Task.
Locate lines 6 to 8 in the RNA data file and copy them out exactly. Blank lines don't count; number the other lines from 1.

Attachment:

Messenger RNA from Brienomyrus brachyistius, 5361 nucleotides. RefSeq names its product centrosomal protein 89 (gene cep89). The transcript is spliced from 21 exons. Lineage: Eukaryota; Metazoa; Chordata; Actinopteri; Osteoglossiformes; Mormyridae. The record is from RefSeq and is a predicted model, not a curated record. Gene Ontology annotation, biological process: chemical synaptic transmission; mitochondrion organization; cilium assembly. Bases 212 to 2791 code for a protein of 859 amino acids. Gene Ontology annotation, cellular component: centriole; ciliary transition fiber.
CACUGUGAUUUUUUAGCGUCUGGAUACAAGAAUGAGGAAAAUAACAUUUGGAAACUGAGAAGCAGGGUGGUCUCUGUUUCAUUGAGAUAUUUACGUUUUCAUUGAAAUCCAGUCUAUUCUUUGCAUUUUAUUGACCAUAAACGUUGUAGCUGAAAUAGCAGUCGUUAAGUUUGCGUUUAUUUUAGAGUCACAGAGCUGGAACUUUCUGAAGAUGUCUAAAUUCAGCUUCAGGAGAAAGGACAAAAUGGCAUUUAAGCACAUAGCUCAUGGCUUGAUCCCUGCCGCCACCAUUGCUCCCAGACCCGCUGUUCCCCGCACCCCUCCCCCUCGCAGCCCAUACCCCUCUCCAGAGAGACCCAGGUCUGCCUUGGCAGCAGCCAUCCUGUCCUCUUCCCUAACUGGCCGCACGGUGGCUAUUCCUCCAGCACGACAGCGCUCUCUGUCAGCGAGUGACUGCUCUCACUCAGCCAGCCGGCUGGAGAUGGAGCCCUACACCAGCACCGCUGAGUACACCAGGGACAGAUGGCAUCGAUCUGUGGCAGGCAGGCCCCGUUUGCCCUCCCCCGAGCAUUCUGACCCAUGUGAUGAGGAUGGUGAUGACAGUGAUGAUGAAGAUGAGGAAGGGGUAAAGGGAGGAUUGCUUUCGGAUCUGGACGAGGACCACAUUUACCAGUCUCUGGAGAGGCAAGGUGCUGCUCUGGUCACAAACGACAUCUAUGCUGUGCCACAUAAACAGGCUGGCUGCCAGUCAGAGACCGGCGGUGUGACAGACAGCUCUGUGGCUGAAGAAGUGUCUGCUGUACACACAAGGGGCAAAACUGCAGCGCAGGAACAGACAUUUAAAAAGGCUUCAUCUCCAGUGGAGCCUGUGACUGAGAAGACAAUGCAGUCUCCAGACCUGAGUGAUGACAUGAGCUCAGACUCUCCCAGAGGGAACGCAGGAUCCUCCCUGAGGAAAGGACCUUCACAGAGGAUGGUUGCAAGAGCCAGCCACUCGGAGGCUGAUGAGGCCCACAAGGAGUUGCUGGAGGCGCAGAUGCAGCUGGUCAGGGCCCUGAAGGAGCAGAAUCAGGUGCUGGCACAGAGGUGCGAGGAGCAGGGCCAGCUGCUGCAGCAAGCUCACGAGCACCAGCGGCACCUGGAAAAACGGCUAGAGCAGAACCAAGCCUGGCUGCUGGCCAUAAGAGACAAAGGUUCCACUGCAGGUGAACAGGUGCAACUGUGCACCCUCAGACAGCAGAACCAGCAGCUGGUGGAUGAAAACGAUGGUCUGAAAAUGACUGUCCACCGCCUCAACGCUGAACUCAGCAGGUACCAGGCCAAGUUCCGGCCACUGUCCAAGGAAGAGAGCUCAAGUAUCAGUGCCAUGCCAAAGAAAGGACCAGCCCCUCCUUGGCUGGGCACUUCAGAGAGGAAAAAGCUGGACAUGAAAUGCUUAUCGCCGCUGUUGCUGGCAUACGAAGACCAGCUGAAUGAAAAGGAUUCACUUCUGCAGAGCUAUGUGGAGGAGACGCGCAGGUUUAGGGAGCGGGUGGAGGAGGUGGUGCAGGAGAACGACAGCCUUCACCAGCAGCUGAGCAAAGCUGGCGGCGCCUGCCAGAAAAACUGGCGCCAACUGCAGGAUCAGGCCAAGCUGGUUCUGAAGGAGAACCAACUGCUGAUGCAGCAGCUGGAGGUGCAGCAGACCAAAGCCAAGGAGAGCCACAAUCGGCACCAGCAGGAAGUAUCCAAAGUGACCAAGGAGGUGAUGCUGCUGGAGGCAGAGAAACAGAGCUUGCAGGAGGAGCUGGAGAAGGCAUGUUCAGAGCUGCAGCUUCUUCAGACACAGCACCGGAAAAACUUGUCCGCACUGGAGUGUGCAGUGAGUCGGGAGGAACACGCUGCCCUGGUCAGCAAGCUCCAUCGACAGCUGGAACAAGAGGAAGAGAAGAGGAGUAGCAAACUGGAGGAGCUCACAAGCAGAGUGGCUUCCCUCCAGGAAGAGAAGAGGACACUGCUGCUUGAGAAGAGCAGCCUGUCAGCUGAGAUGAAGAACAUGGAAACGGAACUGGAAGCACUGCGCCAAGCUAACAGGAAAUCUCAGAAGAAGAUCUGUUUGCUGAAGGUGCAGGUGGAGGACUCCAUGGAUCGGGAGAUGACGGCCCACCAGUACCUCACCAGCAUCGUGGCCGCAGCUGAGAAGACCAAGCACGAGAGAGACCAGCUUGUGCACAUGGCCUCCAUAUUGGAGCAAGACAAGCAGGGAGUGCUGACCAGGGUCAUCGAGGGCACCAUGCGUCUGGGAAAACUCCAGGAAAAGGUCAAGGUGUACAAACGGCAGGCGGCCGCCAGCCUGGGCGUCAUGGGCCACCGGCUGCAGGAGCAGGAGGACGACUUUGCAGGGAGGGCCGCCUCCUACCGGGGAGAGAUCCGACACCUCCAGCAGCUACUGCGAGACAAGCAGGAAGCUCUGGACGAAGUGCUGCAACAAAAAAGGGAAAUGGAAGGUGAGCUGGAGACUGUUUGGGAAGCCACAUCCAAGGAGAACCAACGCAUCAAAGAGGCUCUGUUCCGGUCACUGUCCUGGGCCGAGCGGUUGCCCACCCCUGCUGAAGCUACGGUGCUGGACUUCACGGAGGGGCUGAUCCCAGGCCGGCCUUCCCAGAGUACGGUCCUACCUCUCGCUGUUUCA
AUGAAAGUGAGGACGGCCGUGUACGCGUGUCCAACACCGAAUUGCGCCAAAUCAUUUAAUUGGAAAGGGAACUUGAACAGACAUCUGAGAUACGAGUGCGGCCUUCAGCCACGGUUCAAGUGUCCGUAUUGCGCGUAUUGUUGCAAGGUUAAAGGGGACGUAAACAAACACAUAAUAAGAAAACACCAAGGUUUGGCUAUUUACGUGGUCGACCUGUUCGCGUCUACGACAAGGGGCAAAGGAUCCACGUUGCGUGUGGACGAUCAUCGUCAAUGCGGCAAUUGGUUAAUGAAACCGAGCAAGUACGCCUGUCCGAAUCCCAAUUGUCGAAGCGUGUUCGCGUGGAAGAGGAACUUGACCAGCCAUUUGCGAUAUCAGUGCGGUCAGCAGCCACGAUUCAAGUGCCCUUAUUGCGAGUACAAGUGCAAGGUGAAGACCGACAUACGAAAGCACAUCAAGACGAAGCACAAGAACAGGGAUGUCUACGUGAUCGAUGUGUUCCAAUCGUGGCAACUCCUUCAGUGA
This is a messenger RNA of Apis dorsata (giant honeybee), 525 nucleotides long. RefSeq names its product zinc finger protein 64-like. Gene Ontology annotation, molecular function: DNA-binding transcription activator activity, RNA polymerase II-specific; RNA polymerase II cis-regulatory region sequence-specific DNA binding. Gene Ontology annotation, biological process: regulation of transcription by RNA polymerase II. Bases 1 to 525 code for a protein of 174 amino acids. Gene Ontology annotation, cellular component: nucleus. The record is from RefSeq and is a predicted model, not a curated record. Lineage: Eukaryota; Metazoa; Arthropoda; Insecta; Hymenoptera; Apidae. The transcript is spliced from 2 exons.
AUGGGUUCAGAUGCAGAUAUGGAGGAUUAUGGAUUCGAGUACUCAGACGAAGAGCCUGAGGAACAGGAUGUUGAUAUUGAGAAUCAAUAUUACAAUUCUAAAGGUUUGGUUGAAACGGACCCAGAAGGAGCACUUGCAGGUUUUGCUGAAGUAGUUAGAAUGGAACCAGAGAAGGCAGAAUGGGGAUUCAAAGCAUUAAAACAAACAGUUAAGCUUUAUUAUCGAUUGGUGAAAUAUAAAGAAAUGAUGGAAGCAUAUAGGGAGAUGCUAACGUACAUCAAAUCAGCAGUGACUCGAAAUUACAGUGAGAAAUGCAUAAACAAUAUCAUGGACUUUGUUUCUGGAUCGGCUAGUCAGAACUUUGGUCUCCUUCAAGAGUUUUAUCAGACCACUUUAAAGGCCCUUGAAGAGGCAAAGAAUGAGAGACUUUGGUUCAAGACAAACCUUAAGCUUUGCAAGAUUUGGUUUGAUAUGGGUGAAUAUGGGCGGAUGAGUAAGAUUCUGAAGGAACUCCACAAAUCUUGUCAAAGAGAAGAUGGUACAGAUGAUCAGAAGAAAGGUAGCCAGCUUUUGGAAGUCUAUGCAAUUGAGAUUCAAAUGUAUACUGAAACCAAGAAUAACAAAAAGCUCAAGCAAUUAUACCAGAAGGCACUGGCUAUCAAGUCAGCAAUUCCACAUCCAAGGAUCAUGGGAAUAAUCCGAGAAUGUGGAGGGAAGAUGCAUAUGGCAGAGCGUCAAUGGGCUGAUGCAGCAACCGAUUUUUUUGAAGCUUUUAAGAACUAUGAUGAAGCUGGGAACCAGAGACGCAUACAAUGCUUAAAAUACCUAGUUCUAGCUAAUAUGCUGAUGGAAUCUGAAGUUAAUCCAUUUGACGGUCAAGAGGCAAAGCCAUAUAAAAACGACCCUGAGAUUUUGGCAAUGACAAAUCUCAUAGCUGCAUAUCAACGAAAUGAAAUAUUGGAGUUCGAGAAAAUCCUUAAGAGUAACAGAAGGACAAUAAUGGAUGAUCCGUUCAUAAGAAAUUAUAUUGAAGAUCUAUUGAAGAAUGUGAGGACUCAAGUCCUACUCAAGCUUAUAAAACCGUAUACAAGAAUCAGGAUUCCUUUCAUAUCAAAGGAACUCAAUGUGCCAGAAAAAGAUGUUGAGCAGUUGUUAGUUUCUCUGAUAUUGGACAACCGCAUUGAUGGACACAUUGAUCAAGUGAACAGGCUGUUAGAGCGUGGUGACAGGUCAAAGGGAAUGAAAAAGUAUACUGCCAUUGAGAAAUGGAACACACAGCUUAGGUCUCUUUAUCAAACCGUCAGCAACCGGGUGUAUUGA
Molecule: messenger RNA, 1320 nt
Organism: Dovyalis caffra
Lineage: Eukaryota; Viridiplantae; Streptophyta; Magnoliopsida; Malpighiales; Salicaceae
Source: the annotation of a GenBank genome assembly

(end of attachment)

Molecule: messenger RNA, 1320 nt
Organism: Dovyalis caffra
Lineage: Eukaryota; Viridiplantae; Streptophyta; Magnoliopsida; Malpighiales; Salicaceae